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Auto Lenders Beware: State Regulatory Enforcers Step In Where Federal Enforcers Back Off

Auto lenders should guard against complacency engendered by the Trump Administration’s noticeable easing of regulatory enforcement, rules, and regulations. 

While the Consumer Financial Protection Bureau conspicuously has retreated from an enforcement posture, many state attorney generals have aggressively picked up the pace against auto lenders. This isn’t to say that the CFPB and the others have not brought enforcement actions—it’s just that they haven’t brought many.

Looking ahead it is clear that if the 2020 elections displace a Republican administration for a Democratic administration, the federal agencies nominally charged with overseeing auto lending likely will resume aggressive enforcement. Add to this the fact that there are 27 states with Democratic attorney generals, many of whom aspire to the governorship of their respective states. These senior law enforcement officials no doubt will embrace hard lines against unfair, deceptive, and abusive acts or practices—including those related to auto lending. This stance has a natural appeal for the constituencies that these potential candidates must attract.

Like it or not, auto lenders now should proactively adopt and/or boost the use of automated proxy analyses, such as Bayesian Improved Surname Geocoding (BISG), and others. Today’s industry-sympathetic federal abeyance of this particular proxy will likely change if a Democratic administration returns.

Federal enforcement actions

What have federal agencies done recently regarding auto lending enforcement? A scan of the CFPB’s records finds just three 2017 enforcement actions involving auto lending, and only one in 2018. 

The U.S. Department of Justice, in 2018, entered into a consent order with a subprime auto lender and its affiliate. As for the Federal Trade Commission, it recently returned more than $3.5 million to consumers who were subjected to UDAAP tactics by a California auto lender. The FTC continues to be relatively aggressive regarding auto lending enforcement.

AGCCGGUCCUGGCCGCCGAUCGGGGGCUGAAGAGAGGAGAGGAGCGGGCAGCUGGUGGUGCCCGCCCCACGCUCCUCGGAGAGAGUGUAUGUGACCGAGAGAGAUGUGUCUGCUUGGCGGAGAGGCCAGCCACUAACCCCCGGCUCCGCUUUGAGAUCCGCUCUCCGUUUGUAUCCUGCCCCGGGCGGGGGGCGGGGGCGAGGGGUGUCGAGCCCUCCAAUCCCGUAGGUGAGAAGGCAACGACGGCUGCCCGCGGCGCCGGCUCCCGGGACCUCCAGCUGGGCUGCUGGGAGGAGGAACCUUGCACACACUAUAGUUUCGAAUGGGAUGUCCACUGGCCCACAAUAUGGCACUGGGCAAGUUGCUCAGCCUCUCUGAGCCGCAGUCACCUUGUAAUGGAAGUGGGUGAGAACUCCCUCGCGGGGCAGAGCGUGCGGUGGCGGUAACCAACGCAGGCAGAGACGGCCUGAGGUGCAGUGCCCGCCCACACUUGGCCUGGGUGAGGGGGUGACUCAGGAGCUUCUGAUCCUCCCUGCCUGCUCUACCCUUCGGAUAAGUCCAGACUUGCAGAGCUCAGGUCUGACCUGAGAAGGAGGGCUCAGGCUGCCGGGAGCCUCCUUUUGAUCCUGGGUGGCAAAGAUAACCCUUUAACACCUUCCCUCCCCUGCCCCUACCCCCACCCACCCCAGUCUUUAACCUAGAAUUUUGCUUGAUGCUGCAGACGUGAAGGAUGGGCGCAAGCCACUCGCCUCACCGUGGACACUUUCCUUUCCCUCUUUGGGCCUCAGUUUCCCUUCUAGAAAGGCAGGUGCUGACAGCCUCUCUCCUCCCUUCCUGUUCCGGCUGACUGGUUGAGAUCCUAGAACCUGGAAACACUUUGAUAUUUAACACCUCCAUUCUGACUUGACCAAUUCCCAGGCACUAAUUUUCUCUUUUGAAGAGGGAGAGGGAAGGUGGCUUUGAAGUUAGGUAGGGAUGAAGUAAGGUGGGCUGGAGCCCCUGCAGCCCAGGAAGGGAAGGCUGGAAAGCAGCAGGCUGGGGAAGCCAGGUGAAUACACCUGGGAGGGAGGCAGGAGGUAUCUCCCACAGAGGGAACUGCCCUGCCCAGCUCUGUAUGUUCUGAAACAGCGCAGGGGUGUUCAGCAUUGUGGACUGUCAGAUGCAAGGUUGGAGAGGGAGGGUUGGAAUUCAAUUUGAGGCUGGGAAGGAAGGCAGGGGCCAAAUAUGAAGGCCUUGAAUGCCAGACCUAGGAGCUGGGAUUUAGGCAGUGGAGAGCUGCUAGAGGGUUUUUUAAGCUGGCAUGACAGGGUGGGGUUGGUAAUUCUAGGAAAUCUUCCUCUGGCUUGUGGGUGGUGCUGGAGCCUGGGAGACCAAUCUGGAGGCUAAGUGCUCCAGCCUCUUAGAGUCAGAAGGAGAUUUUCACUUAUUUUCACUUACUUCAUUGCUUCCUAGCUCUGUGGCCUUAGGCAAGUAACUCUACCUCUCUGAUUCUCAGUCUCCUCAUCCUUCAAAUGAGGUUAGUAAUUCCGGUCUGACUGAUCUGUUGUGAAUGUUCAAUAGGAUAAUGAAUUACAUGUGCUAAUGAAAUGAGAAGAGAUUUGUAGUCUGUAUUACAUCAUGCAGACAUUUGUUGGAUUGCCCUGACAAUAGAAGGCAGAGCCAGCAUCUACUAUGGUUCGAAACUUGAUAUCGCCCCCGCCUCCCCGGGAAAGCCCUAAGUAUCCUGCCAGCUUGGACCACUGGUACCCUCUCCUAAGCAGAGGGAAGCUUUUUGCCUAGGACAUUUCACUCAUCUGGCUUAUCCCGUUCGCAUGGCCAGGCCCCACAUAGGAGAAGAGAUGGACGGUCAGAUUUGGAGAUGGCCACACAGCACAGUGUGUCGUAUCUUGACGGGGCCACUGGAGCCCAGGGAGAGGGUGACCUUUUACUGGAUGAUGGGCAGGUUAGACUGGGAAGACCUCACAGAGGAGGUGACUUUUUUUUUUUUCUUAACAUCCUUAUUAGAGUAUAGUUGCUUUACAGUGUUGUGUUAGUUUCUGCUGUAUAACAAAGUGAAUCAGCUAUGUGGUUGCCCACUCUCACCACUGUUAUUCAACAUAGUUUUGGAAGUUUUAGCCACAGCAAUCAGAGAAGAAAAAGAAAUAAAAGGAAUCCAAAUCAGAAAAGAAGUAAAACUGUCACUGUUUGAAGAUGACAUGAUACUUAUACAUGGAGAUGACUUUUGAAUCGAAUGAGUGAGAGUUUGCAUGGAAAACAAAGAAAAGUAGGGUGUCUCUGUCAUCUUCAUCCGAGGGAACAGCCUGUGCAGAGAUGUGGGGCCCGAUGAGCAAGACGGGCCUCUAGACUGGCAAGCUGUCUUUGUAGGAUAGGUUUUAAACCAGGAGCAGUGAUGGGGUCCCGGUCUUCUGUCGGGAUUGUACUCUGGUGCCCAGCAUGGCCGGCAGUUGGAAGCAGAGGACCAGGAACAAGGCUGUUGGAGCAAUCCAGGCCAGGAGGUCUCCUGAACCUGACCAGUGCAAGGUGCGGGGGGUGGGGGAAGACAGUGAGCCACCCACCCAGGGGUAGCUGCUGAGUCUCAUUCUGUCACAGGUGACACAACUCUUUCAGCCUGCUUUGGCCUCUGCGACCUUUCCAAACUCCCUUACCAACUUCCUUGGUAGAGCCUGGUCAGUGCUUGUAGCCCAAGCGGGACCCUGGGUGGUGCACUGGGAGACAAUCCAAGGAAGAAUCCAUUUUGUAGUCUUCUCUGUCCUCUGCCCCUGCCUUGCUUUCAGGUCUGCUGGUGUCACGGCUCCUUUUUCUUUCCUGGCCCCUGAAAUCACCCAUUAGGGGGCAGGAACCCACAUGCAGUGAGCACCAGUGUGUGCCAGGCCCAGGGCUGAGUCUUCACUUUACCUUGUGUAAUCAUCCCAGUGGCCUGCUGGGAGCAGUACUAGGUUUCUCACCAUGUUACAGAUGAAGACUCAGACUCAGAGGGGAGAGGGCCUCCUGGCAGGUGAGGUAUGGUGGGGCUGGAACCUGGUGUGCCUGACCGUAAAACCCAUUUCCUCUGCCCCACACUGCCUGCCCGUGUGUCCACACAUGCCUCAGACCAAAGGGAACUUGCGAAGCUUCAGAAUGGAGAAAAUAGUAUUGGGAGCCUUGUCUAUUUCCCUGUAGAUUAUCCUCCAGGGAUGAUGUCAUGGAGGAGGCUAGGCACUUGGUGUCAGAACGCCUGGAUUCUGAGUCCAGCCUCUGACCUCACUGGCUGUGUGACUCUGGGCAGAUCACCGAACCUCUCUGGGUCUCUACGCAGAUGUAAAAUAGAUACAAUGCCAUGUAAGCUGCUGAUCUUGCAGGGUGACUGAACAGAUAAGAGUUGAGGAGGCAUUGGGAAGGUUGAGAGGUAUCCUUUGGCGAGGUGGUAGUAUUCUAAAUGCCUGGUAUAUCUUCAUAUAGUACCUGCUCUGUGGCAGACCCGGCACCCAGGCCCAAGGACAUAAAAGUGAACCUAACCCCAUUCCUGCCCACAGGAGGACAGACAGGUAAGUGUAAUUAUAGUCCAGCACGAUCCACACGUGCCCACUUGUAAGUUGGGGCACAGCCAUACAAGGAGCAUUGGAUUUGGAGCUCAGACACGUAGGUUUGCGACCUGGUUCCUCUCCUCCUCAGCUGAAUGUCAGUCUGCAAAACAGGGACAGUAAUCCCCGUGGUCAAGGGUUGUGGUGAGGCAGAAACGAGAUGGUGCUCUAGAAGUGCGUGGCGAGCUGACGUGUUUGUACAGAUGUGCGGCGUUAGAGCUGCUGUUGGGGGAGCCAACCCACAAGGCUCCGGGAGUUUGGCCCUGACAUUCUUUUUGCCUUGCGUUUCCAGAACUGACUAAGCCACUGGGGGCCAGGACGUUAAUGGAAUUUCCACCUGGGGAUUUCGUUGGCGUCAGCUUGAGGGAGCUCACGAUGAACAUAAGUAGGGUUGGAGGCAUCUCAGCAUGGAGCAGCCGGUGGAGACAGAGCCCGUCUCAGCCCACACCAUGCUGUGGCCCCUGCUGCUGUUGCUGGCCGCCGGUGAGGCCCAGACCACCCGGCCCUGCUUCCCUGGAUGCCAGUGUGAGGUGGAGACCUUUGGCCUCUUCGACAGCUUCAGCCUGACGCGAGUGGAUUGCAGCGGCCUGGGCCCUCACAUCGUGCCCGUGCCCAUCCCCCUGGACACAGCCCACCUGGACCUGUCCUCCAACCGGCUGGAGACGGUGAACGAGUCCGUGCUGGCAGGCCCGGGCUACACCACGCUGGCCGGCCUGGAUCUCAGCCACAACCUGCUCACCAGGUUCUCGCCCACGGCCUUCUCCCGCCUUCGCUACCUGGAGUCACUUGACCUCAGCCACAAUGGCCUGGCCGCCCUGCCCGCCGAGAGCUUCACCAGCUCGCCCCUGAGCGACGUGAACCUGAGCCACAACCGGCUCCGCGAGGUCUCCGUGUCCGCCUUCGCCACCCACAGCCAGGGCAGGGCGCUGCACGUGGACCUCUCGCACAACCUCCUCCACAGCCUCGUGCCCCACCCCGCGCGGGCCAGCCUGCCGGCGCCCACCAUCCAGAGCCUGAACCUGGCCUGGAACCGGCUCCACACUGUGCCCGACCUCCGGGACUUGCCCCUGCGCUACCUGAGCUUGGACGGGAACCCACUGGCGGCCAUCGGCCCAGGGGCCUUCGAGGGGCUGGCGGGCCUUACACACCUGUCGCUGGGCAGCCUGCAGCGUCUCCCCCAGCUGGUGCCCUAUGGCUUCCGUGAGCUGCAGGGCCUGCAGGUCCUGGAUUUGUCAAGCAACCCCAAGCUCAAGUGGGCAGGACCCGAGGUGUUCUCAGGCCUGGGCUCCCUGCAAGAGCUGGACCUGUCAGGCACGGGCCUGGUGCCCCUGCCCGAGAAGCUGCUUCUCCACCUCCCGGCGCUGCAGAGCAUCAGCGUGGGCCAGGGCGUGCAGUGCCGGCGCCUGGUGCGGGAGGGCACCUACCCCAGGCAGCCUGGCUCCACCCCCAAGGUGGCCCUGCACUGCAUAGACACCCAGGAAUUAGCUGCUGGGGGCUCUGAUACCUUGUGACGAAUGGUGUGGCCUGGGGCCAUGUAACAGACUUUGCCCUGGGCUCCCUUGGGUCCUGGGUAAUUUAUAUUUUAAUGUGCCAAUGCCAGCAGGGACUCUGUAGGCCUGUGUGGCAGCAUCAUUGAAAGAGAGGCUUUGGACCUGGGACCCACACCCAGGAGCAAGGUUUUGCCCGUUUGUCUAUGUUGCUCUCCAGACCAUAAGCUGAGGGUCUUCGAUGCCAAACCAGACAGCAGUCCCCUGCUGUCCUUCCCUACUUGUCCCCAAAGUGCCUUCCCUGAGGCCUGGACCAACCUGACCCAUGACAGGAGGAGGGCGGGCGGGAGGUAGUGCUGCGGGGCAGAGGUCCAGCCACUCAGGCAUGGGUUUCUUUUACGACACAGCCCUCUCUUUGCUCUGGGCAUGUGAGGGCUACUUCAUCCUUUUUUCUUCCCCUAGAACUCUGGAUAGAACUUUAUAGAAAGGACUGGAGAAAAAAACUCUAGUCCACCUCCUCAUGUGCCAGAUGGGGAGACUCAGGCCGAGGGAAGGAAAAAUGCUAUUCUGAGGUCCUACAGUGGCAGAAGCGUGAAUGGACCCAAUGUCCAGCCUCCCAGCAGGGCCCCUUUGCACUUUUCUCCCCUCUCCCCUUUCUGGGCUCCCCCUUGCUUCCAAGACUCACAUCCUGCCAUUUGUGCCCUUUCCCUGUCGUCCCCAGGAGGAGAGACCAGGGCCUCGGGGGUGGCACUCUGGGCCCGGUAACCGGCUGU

State enforcement actions

The New Jersey Attorney General recently filed a lawsuit targeting unscrupulous used-car dealers. Similarly, the California Department of Business Oversight filed an action against an auto title lender.

Many states, including Pennsylvania, New Jersey, New York, and Maryland have created divisions within their respective attorney’s general offices devoted to consumer financial protection issues—sometimes referred to as mini-CFPBs.

Recently, Linda Lacewell, the new superintendent of the New York State Department of Financial Services, was quoted in The Wall Street Journal: “Where CFPB steps down, [the Department of Financial Services] has to step up.”

More broadly, at least five states have hired former prosecutors and investigators who once worked for the CFPB to come work in their states’ mini-CFPB. These are good, sound, committed career people who are going to do their job.

The ability for states to do this derives from the Dodd/Frank Act which created the CFPB. The law specifically provides states with the authority to use the new UDAAP standard. The law also added “abusive” to the acronym. So far, the CFPB has yet to formally define what “abusive” means, which partially has led to that agency’s backing off on enforcement. Many of the states, in the meantime, have taken the Dodd/Frank wording at its face regarding what is abusive, and have run with it.

Looking forward

Despite the soft enforcement stance currently being taken by the federal government, the pressure on auto lenders is greater than ever.

Historically, auto-lenders have been hampered by a statutory mandate not to collect data on protected classes, such as race and gender—unlike mortgage lenders who are required to collect this data under the Home Mortgage Disclosure Act (HMDA).

Instead, auto lenders must rely on the use of proxy systems. Some of these may be extremely basic, such as inferring race from an individual’s last name or by inferring gender from an individual’s first name.

Such a system has been criticized as being inadequate, leading to the development of the BISG method. This combines geography- and surname-based information into a single proxy probability for estimating protected classes. Moreover, it, along with other methods, can be merged together in automated analytic software.

As reluctant as auto lenders may be to adopt such systems, the political tide is turning. It behooves lenders to use analytic software that incorporates such systems, and to reflect that into their policies, procedures, and practices, to prepare for the future crackdown on enforcement that’s sure to come.

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Ed Kramer

Senior Advisor

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